Not surprisingly, the proof coins did quite well, however, not quite as well as they did last year.
According to the Mint, the 2010 Buffalos sold 15,071 orders in their premier week. Calculating it out with the sales price of $1,510 per coin, and the Mint took in $22,757,210 gross on the coins. Comparatively, last year the Mint recorded sales of 19,468 units, and in only the first four days of sales. Doing the math and plugging in the opening sales price of $1,360 per coin and the gross for 2009 initial week sales was $26,476,480. Quite a bit higher than experienced this year.
Of course, the two might not be completely valid comparisons. Last year the Mint was forced to hold off issuing the Proof Buffalos until late in the year. Extreme demand for gold bullion coins meant the Mint did not have the resources to strike the Proof Buffalos earlier as it would have done in a normal year.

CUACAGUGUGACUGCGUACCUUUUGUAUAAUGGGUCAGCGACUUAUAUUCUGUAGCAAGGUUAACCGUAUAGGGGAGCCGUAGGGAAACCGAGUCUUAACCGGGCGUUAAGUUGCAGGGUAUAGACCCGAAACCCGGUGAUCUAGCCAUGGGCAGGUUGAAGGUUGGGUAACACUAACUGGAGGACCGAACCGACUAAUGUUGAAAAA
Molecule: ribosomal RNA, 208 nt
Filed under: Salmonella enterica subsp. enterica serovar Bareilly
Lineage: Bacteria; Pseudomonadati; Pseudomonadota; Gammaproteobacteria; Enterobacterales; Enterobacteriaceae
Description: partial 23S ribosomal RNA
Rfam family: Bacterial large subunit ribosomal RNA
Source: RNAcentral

By late October 2009, the Mint had built up enough blank inventory to strike the one ounce Buffalos, which it did. Demand proved quite high at that time for the coins, no doubt owing to several factors.
One of those factors was undoubtedly the late appearance of the coins - Collectors who were unsure of how long the strikes would be available had to purchase fast to avoid a sell-out.
Second, numismatic interest is always higher in the fall and winter months than in the summer months, which is probably hurting the initial sales of the coins this year.
Third, gold prices were much lower last year making them more attainable.
See World Mint Coins 2010 Gold Buffalo page for more information on the coin.